Sumit Singhal loves modern architecture. He comes from a family of builders who have built more than 20 projects in the last ten years near Delhi in India. He has recently started writing about the architectural projects that catch his imagination.
Luzern Stadtarchiv in Luzern, Switzerland by XTEN Architecture designed using Rhino and AutoCAD
March 30th, 2011 by Sumit Singhal
The Luzern Stadtarchive is conceived as a marker in the landscape. In its organization and architectural expression the building is closely related to the site topography and adjacent mountains. It is the first building one sees from the street upon reaching this plateau above the city of Luzern.
Due to the complexity of the site access and orientation, the building addresses each elevation as a primary façade, with one large opening per elevation in the otherwise solid concrete body of the building. The East elevation is dominated by large panorama window the full width of the library volume. The South elevation is the result of a smaller volume, similarly expressed with a large horizontal window to daylight the administrative spaces. The West elevation frames the entry plaza and foyer. The North elevation is oriented around a large clerestory glass wall to daylight the interior of the reading room.
The building is organized around the main magasin/ storage rooms of the Archiv, which arranged parallel to Ruopigenstrasse with four magasins on each of two levels. By locating the magasins below grade the majority of the site is maintained as landscape. The soil from the necessary excavation is used to landscape the plaza, the rooftops, and to berm against the archive, resulting in excellent energy efficiency, climate control and security for the archive documents. Future growth of the archive is accommodated in a straightforward manner by extending magasin modules to the North based on the evolving requirements of the Stadtarchiv.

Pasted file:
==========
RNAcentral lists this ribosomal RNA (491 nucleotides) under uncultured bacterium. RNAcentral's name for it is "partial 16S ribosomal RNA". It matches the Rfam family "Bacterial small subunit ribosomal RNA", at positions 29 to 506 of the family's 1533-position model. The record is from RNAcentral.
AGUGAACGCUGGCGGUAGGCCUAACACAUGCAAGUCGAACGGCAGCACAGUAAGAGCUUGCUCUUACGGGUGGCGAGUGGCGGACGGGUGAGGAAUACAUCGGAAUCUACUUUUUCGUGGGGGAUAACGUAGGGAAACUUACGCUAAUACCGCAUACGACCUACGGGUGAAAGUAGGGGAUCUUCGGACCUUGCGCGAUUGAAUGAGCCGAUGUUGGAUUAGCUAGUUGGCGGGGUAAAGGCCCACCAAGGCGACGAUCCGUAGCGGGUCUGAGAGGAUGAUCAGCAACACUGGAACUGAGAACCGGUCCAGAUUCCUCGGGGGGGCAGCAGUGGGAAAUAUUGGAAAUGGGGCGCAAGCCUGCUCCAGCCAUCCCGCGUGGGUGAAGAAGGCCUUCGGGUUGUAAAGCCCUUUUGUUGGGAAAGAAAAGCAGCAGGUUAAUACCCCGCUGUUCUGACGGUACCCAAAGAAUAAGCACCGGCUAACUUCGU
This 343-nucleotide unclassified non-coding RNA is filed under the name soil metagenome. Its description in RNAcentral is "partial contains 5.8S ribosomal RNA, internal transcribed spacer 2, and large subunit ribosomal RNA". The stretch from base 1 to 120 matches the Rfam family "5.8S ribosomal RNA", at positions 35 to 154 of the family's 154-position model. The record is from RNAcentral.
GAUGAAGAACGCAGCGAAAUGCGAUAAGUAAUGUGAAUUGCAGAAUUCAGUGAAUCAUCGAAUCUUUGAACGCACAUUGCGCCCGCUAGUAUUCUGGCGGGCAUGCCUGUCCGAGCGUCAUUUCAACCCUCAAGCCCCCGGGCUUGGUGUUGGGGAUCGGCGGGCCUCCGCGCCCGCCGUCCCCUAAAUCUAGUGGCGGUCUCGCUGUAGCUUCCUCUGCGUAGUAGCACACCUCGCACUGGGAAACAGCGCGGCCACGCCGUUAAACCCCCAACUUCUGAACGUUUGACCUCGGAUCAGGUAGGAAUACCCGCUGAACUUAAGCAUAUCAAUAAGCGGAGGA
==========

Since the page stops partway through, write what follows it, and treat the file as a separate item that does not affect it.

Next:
The structural bays and spacing of the magasins establish the structural bays for the Library, Reading Room and Office spaces located on the main level. Each of these spaces is oriented on the site according to their specific requirements, with a single circulation core at the center of the articulated pinwheel plan.
The public enters the library via a covered roof and large foyer with adjacent services. The library is transparent in the direction of travel from the entrance, with a roof that slopes gently upwards toward a wide window overlooking Luzern that provides ample natural daylight to the space.
The Reading Room is conceived as a cloistered space with the only light entering through a single large opening near the top of the 10m high volume. The base of this volume is formed by extending the magasin walls from below. The top of the volume is rotated to provide natural, balanced Northern daylight for the delicate documents being studied.
The Stadtarchiv is conceived as a white concrete building. The concrete is formed in 50cm lifts, with a sandy cement mix rammed into the formwork to achieve joint lines that are slightly irregular. The concrete walls register the accumulation of the concrete pours with the same naturalness that sedimentation is rendered in geological cross sections. The intention is that the material and the volumetric forms of the building will create a resonance between the Stadtarchive and that greater natural landscape.
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